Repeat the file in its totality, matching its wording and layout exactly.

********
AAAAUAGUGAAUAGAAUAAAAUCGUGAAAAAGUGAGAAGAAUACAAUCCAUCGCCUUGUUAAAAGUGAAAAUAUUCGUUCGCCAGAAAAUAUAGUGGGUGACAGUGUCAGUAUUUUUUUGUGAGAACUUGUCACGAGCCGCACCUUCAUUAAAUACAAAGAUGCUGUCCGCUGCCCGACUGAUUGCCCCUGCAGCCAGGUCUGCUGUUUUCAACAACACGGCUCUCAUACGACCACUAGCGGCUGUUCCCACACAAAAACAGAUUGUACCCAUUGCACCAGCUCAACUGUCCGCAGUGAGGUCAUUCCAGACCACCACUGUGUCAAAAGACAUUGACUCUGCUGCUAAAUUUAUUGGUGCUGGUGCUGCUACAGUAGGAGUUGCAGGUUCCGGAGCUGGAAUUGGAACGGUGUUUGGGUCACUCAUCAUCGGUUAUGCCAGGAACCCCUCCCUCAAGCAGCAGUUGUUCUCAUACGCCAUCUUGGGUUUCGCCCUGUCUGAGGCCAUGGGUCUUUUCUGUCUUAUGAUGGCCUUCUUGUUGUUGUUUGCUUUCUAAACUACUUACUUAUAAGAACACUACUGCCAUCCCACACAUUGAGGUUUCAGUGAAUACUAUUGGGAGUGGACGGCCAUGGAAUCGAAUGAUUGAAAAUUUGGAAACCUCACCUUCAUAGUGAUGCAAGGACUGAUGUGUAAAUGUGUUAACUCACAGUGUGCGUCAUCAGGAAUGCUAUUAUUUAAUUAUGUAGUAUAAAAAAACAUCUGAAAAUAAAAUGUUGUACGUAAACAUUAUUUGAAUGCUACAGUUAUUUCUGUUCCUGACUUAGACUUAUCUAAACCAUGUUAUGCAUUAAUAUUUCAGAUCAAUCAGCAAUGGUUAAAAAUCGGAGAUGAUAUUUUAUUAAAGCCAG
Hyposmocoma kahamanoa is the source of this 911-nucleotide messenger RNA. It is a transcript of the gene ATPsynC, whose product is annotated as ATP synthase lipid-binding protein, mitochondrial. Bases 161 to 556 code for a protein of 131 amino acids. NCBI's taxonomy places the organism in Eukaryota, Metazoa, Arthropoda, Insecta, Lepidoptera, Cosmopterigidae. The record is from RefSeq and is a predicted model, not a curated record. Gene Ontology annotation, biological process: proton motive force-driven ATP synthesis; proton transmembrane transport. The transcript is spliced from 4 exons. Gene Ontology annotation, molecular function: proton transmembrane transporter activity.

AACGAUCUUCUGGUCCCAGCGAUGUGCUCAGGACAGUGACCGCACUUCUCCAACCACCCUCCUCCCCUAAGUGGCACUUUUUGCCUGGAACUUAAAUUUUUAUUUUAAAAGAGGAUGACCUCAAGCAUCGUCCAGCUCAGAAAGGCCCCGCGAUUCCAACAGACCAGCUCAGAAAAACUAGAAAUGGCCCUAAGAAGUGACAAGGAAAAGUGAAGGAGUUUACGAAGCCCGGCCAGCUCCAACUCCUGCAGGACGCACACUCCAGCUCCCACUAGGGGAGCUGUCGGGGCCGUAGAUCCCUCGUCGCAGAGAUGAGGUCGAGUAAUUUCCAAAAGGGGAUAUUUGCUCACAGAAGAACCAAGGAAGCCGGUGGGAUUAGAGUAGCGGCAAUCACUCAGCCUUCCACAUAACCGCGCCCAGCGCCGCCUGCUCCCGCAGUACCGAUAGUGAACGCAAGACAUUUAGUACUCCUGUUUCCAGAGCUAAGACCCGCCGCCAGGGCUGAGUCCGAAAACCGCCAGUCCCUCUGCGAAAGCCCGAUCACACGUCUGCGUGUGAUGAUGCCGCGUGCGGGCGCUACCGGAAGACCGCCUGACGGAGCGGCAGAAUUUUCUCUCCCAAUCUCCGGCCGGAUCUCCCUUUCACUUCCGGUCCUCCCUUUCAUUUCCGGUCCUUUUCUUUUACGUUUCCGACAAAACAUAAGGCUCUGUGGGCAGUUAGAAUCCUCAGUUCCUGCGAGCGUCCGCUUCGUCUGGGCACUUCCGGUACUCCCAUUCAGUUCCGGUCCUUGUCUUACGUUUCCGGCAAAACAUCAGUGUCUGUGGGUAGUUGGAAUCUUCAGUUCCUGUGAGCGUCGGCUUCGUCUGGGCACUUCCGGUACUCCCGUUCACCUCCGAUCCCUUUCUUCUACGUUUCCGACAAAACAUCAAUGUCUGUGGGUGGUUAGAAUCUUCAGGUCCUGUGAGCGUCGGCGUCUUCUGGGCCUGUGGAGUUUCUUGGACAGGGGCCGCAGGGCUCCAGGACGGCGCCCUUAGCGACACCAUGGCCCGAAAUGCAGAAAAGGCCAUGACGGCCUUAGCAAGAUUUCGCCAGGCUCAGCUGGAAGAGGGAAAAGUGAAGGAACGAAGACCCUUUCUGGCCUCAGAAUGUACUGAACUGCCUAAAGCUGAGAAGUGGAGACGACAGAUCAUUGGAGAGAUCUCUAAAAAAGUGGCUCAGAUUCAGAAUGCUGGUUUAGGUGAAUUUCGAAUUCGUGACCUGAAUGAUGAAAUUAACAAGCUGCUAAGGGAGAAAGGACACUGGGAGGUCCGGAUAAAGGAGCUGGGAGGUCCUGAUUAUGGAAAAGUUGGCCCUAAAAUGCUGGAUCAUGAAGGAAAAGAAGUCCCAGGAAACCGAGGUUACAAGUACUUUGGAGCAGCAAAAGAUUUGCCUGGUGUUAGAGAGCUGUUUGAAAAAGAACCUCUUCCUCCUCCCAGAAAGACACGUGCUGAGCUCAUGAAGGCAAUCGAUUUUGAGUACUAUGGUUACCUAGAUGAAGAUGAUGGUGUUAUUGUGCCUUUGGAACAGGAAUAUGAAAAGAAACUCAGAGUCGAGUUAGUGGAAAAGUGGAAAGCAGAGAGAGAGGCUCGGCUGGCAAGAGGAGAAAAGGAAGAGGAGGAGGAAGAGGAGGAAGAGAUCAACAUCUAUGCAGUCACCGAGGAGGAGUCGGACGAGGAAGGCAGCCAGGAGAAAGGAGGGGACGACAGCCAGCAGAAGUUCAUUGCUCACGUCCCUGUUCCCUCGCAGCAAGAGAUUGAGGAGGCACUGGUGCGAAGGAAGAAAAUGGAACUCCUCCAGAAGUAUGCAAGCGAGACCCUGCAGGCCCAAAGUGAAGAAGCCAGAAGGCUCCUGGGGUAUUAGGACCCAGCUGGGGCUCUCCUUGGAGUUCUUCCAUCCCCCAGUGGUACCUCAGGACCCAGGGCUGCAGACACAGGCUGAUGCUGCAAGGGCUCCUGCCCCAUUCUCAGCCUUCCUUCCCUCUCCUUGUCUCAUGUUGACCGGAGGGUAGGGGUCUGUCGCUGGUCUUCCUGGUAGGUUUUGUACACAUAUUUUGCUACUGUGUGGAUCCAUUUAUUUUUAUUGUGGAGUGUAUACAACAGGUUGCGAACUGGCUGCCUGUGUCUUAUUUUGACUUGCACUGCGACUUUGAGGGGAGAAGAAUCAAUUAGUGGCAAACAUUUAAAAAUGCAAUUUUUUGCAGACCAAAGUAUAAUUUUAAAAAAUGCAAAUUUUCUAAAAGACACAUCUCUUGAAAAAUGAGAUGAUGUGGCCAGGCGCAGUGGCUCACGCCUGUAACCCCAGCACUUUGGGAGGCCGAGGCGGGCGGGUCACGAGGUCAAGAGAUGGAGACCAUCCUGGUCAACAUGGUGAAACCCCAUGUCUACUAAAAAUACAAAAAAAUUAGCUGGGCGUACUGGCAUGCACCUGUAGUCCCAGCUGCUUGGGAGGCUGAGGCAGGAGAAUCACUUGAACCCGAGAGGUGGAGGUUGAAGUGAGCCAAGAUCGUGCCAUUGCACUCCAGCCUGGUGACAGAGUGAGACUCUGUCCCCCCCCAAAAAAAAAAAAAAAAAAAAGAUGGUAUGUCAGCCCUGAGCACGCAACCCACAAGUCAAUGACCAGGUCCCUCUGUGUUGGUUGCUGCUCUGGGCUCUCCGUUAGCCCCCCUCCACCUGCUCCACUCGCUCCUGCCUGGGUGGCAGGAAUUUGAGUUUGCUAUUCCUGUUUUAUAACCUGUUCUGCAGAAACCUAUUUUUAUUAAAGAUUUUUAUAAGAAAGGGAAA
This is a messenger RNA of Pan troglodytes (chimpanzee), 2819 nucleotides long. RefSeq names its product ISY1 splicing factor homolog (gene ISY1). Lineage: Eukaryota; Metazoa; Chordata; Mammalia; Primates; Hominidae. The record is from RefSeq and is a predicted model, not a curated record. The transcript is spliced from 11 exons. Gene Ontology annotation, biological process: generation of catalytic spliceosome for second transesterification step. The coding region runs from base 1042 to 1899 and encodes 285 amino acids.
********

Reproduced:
AAAAUAGUGAAUAGAAUAAAAUCGUGAAAAAGUGAGAAGAAUACAAUCCAUCGCCUUGUUAAAAGUGAAAAUAUUCGUUCGCCAGAAAAUAUAGUGGGUGACAGUGUCAGUAUUUUUUUGUGAGAACUUGUCACGAGCCGCACCUUCAUUAAAUACAAAGAUGCUGUCCGCUGCCCGACUGAUUGCCCCUGCAGCCAGGUCUGCUGUUUUCAACAACACGGCUCUCAUACGACCACUAGCGGCUGUUCCCACACAAAAACAGAUUGUACCCAUUGCACCAGCUCAACUGUCCGCAGUGAGGUCAUUCCAGACCACCACUGUGUCAAAAGACAUUGACUCUGCUGCUAAAUUUAUUGGUGCUGGUGCUGCUACAGUAGGAGUUGCAGGUUCCGGAGCUGGAAUUGGAACGGUGUUUGGGUCACUCAUCAUCGGUUAUGCCAGGAACCCCUCCCUCAAGCAGCAGUUGUUCUCAUACGCCAUCUUGGGUUUCGCCCUGUCUGAGGCCAUGGGUCUUUUCUGUCUUAUGAUGGCCUUCUUGUUGUUGUUUGCUUUCUAAACUACUUACUUAUAAGAACACUACUGCCAUCCCACACAUUGAGGUUUCAGUGAAUACUAUUGGGAGUGGACGGCCAUGGAAUCGAAUGAUUGAAAAUUUGGAAACCUCACCUUCAUAGUGAUGCAAGGACUGAUGUGUAAAUGUGUUAACUCACAGUGUGCGUCAUCAGGAAUGCUAUUAUUUAAUUAUGUAGUAUAAAAAAACAUCUGAAAAUAAAAUGUUGUACGUAAACAUUAUUUGAAUGCUACAGUUAUUUCUGUUCCUGACUUAGACUUAUCUAAACCAUGUUAUGCAUUAAUAUUUCAGAUCAAUCAGCAAUGGUUAAAAAUCGGAGAUGAUAUUUUAUUAAAGCCAG
Hyposmocoma kahamanoa is the source of this 911-nucleotide messenger RNA. It is a transcript of the gene ATPsynC, whose product is annotated as ATP synthase lipid-binding protein, mitochondrial. Bases 161 to 556 code for a protein of 131 amino acids. NCBI's taxonomy places the organism in Eukaryota, Metazoa, Arthropoda, Insecta, Lepidoptera, Cosmopterigidae. The record is from RefSeq and is a predicted model, not a curated record. Gene Ontology annotation, biological process: proton motive force-driven ATP synthesis; proton transmembrane transport. The transcript is spliced from 4 exons. Gene Ontology annotation, molecular function: proton transmembrane transporter activity.

AACGAUCUUCUGGUCCCAGCGAUGUGCUCAGGACAGUGACCGCACUUCUCCAACCACCCUCCUCCCCUAAGUGGCACUUUUUGCCUGGAACUUAAAUUUUUAUUUUAAAAGAGGAUGACCUCAAGCAUCGUCCAGCUCAGAAAGGCCCCGCGAUUCCAACAGACCAGCUCAGAAAAACUAGAAAUGGCCCUAAGAAGUGACAAGGAAAAGUGAAGGAGUUUACGAAGCCCGGCCAGCUCCAACUCCUGCAGGACGCACACUCCAGCUCCCACUAGGGGAGCUGUCGGGGCCGUAGAUCCCUCGUCGCAGAGAUGAGGUCGAGUAAUUUCCAAAAGGGGAUAUUUGCUCACAGAAGAACCAAGGAAGCCGGUGGGAUUAGAGUAGCGGCAAUCACUCAGCCUUCCACAUAACCGCGCCCAGCGCCGCCUGCUCCCGCAGUACCGAUAGUGAACGCAAGACAUUUAGUACUCCUGUUUCCAGAGCUAAGACCCGCCGCCAGGGCUGAGUCCGAAAACCGCCAGUCCCUCUGCGAAAGCCCGAUCACACGUCUGCGUGUGAUGAUGCCGCGUGCGGGCGCUACCGGAAGACCGCCUGACGGAGCGGCAGAAUUUUCUCUCCCAAUCUCCGGCCGGAUCUCCCUUUCACUUCCGGUCCUCCCUUUCAUUUCCGGUCCUUUUCUUUUACGUUUCCGACAAAACAUAAGGCUCUGUGGGCAGUUAGAAUCCUCAGUUCCUGCGAGCGUCCGCUUCGUCUGGGCACUUCCGGUACUCCCAUUCAGUUCCGGUCCUUGUCUUACGUUUCCGGCAAAACAUCAGUGUCUGUGGGUAGUUGGAAUCUUCAGUUCCUGUGAGCGUCGGCUUCGUCUGGGCACUUCCGGUACUCCCGUUCACCUCCGAUCCCUUUCUUCUACGUUUCCGACAAAACAUCAAUGUCUGUGGGUGGUUAGAAUCUUCAGGUCCUGUGAGCGUCGGCGUCUUCUGGGCCUGUGGAGUUUCUUGGACAGGGGCCGCAGGGCUCCAGGACGGCGCCCUUAGCGACACCAUGGCCCGAAAUGCAGAAAAGGCCAUGACGGCCUUAGCAAGAUUUCGCCAGGCUCAGCUGGAAGAGGGAAAAGUGAAGGAACGAAGACCCUUUCUGGCCUCAGAAUGUACUGAACUGCCUAAAGCUGAGAAGUGGAGACGACAGAUCAUUGGAGAGAUCUCUAAAAAAGUGGCUCAGAUUCAGAAUGCUGGUUUAGGUGAAUUUCGAAUUCGUGACCUGAAUGAUGAAAUUAACAAGCUGCUAAGGGAGAAAGGACACUGGGAGGUCCGGAUAAAGGAGCUGGGAGGUCCUGAUUAUGGAAAAGUUGGCCCUAAAAUGCUGGAUCAUGAAGGAAAAGAAGUCCCAGGAAACCGAGGUUACAAGUACUUUGGAGCAGCAAAAGAUUUGCCUGGUGUUAGAGAGCUGUUUGAAAAAGAACCUCUUCCUCCUCCCAGAAAGACACGUGCUGAGCUCAUGAAGGCAAUCGAUUUUGAGUACUAUGGUUACCUAGAUGAAGAUGAUGGUGUUAUUGUGCCUUUGGAACAGGAAUAUGAAAAGAAACUCAGAGUCGAGUUAGUGGAAAAGUGGAAAGCAGAGAGAGAGGCUCGGCUGGCAAGAGGAGAAAAGGAAGAGGAGGAGGAAGAGGAGGAAGAGAUCAACAUCUAUGCAGUCACCGAGGAGGAGUCGGACGAGGAAGGCAGCCAGGAGAAAGGAGGGGACGACAGCCAGCAGAAGUUCAUUGCUCACGUCCCUGUUCCCUCGCAGCAAGAGAUUGAGGAGGCACUGGUGCGAAGGAAGAAAAUGGAACUCCUCCAGAAGUAUGCAAGCGAGACCCUGCAGGCCCAAAGUGAAGAAGCCAGAAGGCUCCUGGGGUAUUAGGACCCAGCUGGGGCUCUCCUUGGAGUUCUUCCAUCCCCCAGUGGUACCUCAGGACCCAGGGCUGCAGACACAGGCUGAUGCUGCAAGGGCUCCUGCCCCAUUCUCAGCCUUCCUUCCCUCUCCUUGUCUCAUGUUGACCGGAGGGUAGGGGUCUGUCGCUGGUCUUCCUGGUAGGUUUUGUACACAUAUUUUGCUACUGUGUGGAUCCAUUUAUUUUUAUUGUGGAGUGUAUACAACAGGUUGCGAACUGGCUGCCUGUGUCUUAUUUUGACUUGCACUGCGACUUUGAGGGGAGAAGAAUCAAUUAGUGGCAAACAUUUAAAAAUGCAAUUUUUUGCAGACCAAAGUAUAAUUUUAAAAAAUGCAAAUUUUCUAAAAGACACAUCUCUUGAAAAAUGAGAUGAUGUGGCCAGGCGCAGUGGCUCACGCCUGUAACCCCAGCACUUUGGGAGGCCGAGGCGGGCGGGUCACGAGGUCAAGAGAUGGAGACCAUCCUGGUCAACAUGGUGAAACCCCAUGUCUACUAAAAAUACAAAAAAAUUAGCUGGGCGUACUGGCAUGCACCUGUAGUCCCAGCUGCUUGGGAGGCUGAGGCAGGAGAAUCACUUGAACCCGAGAGGUGGAGGUUGAAGUGAGCCAAGAUCGUGCCAUUGCACUCCAGCCUGGUGACAGAGUGAGACUCUGUCCCCCCCCAAAAAAAAAAAAAAAAAAAAGAUGGUAUGUCAGCCCUGAGCACGCAACCCACAAGUCAAUGACCAGGUCCCUCUGUGUUGGUUGCUGCUCUGGGCUCUCCGUUAGCCCCCCUCCACCUGCUCCACUCGCUCCUGCCUGGGUGGCAGGAAUUUGAGUUUGCUAUUCCUGUUUUAUAACCUGUUCUGCAGAAACCUAUUUUUAUUAAAGAUUUUUAUAAGAAAGGGAAA
This is a messenger RNA of Pan troglodytes (chimpanzee), 2819 nucleotides long. RefSeq names its product ISY1 splicing factor homolog (gene ISY1). Lineage: Eukaryota; Metazoa; Chordata; Mammalia; Primates; Hominidae. The record is from RefSeq and is a predicted model, not a curated record. The transcript is spliced from 11 exons. Gene Ontology annotation, biological process: generation of catalytic spliceosome for second transesterification step. The coding region runs from base 1042 to 1899 and encodes 285 amino acids.